Illustration of Pip visiting a graveyard

Great Expectations

by Charles Dickens
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What are some examples of personification and pathetic fallacy from Chapter I of Great Expectations by Charles Dickens? i am currently writing an esssay response to "From the first chapter of Great Expectations, discuss how Dickens presents the characters and the setting." Any ideas would help as i am really struggling with this piece of work

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The use of pathetic fallacy is an old poetic practice of associating human reponses or feelings to nature; in fact, this literary technique is not dissimilar to personification which gives to inanimate objects and animals the qualities of people.  In Chapter I of Great Expectations by Charles Dickens , there are both overt and...

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The use of pathetic fallacy is an old poetic practice of associating human reponses or feelings to nature; in fact, this literary technique is not dissimilar to personification which gives to inanimate objects and animals the qualities of people.  In Chapter I of Great Expectations by Charles Dickens, there are both overt and suggestive instances of pathetic fallacy and personification:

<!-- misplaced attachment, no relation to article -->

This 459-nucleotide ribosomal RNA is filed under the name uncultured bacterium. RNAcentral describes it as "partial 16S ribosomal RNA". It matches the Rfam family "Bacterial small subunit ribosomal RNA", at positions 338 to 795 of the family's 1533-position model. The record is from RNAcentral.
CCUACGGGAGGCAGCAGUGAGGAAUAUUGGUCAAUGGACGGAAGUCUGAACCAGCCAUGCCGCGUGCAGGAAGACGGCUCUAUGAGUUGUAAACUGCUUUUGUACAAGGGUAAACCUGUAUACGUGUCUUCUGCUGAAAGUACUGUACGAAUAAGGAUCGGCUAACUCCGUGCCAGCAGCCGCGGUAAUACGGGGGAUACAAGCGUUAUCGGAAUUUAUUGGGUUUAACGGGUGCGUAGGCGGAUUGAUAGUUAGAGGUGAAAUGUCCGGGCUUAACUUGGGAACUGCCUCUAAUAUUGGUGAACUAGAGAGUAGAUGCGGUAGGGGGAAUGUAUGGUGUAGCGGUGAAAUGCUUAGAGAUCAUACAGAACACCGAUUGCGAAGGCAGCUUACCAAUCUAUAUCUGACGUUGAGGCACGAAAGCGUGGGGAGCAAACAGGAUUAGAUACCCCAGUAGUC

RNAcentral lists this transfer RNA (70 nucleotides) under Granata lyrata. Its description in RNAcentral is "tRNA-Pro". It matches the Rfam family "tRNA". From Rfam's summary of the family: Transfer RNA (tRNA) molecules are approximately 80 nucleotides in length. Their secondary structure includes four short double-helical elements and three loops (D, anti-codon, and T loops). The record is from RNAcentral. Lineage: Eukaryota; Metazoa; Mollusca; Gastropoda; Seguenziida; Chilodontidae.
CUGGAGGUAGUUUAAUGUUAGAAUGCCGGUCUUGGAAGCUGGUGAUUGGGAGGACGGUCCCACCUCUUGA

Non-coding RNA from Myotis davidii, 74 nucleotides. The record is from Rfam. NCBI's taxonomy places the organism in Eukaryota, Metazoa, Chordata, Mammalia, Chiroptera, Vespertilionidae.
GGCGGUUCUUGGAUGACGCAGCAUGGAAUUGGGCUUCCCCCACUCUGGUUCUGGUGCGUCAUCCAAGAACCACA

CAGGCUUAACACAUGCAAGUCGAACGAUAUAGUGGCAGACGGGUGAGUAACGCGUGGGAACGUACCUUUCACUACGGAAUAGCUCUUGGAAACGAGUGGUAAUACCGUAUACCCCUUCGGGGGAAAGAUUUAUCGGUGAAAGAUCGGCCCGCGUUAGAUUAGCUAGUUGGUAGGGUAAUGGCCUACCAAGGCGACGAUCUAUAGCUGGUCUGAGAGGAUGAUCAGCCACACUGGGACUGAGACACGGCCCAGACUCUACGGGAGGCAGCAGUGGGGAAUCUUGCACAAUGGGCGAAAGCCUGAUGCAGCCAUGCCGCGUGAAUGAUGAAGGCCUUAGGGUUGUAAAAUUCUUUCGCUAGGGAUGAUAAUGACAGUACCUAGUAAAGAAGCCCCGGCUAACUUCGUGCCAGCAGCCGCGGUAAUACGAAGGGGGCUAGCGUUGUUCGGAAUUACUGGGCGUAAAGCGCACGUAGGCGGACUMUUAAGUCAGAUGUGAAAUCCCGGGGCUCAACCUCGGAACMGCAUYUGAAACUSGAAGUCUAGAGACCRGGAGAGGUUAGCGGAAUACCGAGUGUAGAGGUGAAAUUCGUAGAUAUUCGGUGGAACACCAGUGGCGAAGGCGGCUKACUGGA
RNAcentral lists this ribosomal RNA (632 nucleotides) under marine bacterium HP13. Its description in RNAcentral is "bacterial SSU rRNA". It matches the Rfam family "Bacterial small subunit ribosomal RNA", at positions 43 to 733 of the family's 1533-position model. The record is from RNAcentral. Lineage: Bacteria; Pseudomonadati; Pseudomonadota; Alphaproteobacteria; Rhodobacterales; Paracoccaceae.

PERSONIFICATION

  • When Pip looks at the tombstone of his parents, he learns "on the authority of his [father's] tombstone" that Pirrip is his "family name," or last name. Here the tombstone has a human quality of authority.
  • Pip refers to the sea as a "distant savage lair from which the wind was rushing."
  • In describing the convict, Pip gives nature human qualities.  For instance, the mud has "smothered" him; he has been "cut" by flints.

PATHETIC FALLACY

  • There is a suggestion of pathetic fallacy in the way in which the grey convict matches the foggy marshes that also shiver is grey.
  • The convict's way of holding, tilting, and shaking Pip is much like the rolling sea:

After each question he tilted me over a little more, so as to give me a greater sense of helplessness and danger.

.....He tilted me again...He gave me a tremendous dip and roll.

Certainly, this first chapter establishes the mournful impressions of the foggy marshes which become the site of much of Pip's guilt througout the novel.

 

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